Over the long term, however, the survey tells a more positive story. Specifically, the survey findings show that the desire to own a home has not been derailed by the difficult economic times we're experiencing and that Americans generally understand the important role housing plays in creating new jobs, generating household wealth, and sustaining a long term economic recovery.
First, the question of rent or buy. While the dream of owning a home is certainly alive and well, renting is on the rise because for many it’s become the only option due to tough lending requirements. When asked what sort of housing they would look for if moving to a new location, 62% of the renters said they would have no choice but to rent again. In sharp contrast, only 10% of home-owning households said they would rent rather than buy another home. According to real estate website Trulia, buying was cheaper than renting in 74% of the country's 50 largest cities. In addition to a continuing decline in home prices, low interest rates have added a lot of weight to the buy side of the scale. Add in the tax perks of home ownership and for those who can afford it, it’s still a buyer's market.
So, what are the expectations for home prices during the next year? More than one-fourth (28%) of the homeowners expect to see some decline in prices in the year ahead, and one-third (33%) expect some increase in prices in their market area. Expectations vary from region to region. In the Northeast, 24% of the owners expect home prices to decline some in the year ahead, and 35% expect prices to increase. In the West and Midwest, about 30% of the owners expect prices to decline some, and another 30% expect home prices to rise. In the South, 27% of the owners are expecting prices to decline a bit more, and 34% expect prices to rise in the year ahead.
In response to the question, “Have changes in home prices influenced your home-buying decision?” 35% of owners and 38% of renters said yes. And while 50% of homeowners under the age of 35 reported that changes in home prices influenced their home buying decision, that percentage fell with age: 37% for owners in the 35-44 age group, 28% for 45- to 64-year olds, and 17% for owner aged 65 or older.
What seems to be sorely lacking in today’s market is not desire but a real sense of urgency to buy a home now. Two out of three homeowners and 23% of renters are comfortable with their current living arrangements. And both owners (40%) and renters (45%) cited “no urgency to buy now” as one of the principal reasons for staying out of the market.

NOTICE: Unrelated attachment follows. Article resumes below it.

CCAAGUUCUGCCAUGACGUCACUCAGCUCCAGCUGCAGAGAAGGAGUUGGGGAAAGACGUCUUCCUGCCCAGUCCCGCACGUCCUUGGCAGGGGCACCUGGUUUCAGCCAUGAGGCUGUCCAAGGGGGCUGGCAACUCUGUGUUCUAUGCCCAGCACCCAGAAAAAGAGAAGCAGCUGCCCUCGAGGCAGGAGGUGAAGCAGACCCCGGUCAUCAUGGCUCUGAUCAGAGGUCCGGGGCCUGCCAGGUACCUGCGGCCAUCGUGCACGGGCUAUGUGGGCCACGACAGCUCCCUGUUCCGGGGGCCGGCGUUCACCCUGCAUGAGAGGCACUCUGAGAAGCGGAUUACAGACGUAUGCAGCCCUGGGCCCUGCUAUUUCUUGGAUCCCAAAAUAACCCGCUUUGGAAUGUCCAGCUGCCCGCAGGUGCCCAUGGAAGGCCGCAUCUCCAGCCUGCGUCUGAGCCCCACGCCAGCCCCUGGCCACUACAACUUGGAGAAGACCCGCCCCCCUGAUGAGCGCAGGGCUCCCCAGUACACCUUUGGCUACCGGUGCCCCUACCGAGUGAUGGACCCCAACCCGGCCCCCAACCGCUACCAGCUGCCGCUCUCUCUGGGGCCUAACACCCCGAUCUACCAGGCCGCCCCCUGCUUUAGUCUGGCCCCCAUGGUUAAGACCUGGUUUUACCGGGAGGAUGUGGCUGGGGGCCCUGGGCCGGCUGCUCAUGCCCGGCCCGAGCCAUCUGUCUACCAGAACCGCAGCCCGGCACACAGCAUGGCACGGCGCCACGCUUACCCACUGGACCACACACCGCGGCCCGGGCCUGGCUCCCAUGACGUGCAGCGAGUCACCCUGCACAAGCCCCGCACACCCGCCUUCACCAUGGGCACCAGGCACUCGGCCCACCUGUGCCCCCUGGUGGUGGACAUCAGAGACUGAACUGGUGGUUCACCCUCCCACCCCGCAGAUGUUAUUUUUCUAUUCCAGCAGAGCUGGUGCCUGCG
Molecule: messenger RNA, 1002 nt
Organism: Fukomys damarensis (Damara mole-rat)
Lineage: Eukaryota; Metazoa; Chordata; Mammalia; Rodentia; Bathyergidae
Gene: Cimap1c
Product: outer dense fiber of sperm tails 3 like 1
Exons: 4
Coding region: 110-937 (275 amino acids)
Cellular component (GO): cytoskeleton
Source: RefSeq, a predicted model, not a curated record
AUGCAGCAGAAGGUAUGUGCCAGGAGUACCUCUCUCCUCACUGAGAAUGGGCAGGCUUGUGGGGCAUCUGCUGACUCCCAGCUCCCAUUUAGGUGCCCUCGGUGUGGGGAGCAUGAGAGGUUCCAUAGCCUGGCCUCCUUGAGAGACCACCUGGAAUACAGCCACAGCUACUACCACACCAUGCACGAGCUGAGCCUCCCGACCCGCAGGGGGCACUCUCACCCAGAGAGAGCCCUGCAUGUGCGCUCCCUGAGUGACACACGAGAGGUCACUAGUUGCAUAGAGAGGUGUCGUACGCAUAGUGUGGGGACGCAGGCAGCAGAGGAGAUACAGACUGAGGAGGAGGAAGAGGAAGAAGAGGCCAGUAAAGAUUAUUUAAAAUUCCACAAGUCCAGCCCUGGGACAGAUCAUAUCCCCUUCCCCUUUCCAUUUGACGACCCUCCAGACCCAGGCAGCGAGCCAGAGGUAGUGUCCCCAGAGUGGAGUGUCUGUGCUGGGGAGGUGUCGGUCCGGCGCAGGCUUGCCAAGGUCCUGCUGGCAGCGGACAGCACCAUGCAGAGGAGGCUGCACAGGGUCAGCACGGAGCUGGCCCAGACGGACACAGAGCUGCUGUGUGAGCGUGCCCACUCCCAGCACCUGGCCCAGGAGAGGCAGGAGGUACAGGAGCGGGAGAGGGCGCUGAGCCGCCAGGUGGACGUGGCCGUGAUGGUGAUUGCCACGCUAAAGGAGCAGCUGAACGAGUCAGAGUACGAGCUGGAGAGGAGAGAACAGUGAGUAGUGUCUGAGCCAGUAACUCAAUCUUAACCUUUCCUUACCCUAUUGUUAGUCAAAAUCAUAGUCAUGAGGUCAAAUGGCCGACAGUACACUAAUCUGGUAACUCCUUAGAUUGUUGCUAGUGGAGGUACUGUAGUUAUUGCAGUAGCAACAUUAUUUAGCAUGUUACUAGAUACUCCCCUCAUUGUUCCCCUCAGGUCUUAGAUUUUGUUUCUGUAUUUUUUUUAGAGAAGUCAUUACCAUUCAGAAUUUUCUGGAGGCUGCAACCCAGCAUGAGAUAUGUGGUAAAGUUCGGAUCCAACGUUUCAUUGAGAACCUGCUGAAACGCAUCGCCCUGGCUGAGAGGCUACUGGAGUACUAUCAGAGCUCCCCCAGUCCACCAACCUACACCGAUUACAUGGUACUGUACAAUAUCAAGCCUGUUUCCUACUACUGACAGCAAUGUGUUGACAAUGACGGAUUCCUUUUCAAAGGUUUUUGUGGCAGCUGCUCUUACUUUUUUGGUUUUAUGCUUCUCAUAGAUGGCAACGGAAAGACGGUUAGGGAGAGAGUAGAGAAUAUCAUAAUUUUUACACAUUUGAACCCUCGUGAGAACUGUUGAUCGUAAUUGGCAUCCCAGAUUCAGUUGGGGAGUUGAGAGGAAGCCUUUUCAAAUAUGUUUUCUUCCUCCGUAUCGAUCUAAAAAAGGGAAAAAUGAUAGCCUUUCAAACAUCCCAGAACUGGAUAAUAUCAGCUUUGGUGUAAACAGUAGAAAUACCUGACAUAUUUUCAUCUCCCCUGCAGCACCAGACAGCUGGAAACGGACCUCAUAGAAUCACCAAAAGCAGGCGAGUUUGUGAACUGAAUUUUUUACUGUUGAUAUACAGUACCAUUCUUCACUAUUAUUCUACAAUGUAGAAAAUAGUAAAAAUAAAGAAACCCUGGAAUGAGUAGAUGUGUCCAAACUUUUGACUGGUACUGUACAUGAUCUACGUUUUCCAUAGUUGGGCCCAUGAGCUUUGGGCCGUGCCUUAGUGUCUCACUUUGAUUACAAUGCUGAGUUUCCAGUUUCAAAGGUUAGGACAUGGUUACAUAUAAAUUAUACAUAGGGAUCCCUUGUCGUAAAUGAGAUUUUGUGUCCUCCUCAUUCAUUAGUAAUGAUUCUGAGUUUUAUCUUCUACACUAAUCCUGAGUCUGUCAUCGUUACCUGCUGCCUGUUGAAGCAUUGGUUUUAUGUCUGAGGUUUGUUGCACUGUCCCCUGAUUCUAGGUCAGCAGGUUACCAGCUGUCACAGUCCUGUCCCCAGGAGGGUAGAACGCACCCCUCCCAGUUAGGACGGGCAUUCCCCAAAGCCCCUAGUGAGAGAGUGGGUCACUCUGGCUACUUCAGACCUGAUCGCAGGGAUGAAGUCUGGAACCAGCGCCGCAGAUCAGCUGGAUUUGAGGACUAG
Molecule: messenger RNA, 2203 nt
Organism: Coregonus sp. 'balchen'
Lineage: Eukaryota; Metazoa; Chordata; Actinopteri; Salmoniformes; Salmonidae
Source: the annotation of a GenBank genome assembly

Another trend reflected in the survey findings is the increasing number of people who are doubling-up with friends and family. More than one-third of the owner households and about one fourth of the renter households are doubling-up – young adults with parents, elderly parents with their adult children or grandchildren, unrelated adults living together. In order to project future housing demand, it is important to recognize the trend and understand why it’s occurring, whether it’s to cut expenses and ride out the recession, care for an aging parent, or for some other reason.
For those who question whether or not to renovate in order to remain in their current home, remodeling is becoming a more attractive option in today’s housing market. One out of five homeowners (22%) has recently completed a remodeling job or plans to remodel in the next two years instead of buying another home. Baby-boom generation homeowners are the most optimistic about the remodeling market, not a surprise given that homeowners over age 50 had a strong preference for staying in their current home throughout their retirement years. Among all respondents 50 or older, more than half (54%) said that they would stay in their current home for their entire retirement. Another 18% said they would stay in their current home first then buy another home later, and 10% said they would move to a different home (brand new or existing) before retiring or had already bought another home after retiring.
So all that said, what’s the bottom line? Home ownership remains an important part of the American experience and receives broad-based support from all age, ethnic, and income groups. And even though more than half of the homeowners surveyed experienced some decline in their home’s value over the past year, they still regard homeownership as a good, long term investment.
|Posted on March 25, 2012 at 4:38 PM||comments (7)|
In September, the Census reported that almost a third of households were “doubled up,” meaning more than one generation of adults were living under one roof. All in all, 61.7 million adults, or 27.7 percent, were doubled-up in 2007, rising to 69.2 million, or 30.0 percent, in 2011.
The AARP Public Policy Institute also confirmed multi-generational homes are on the rise in the United States, reporting there were roughly one-half million more households that were multi-generational in 2010 than in 2009, and that in the past two years, the number of multi generational households grew faster than in any other two-year period since 2000, coinciding largely with the recession of the past few years.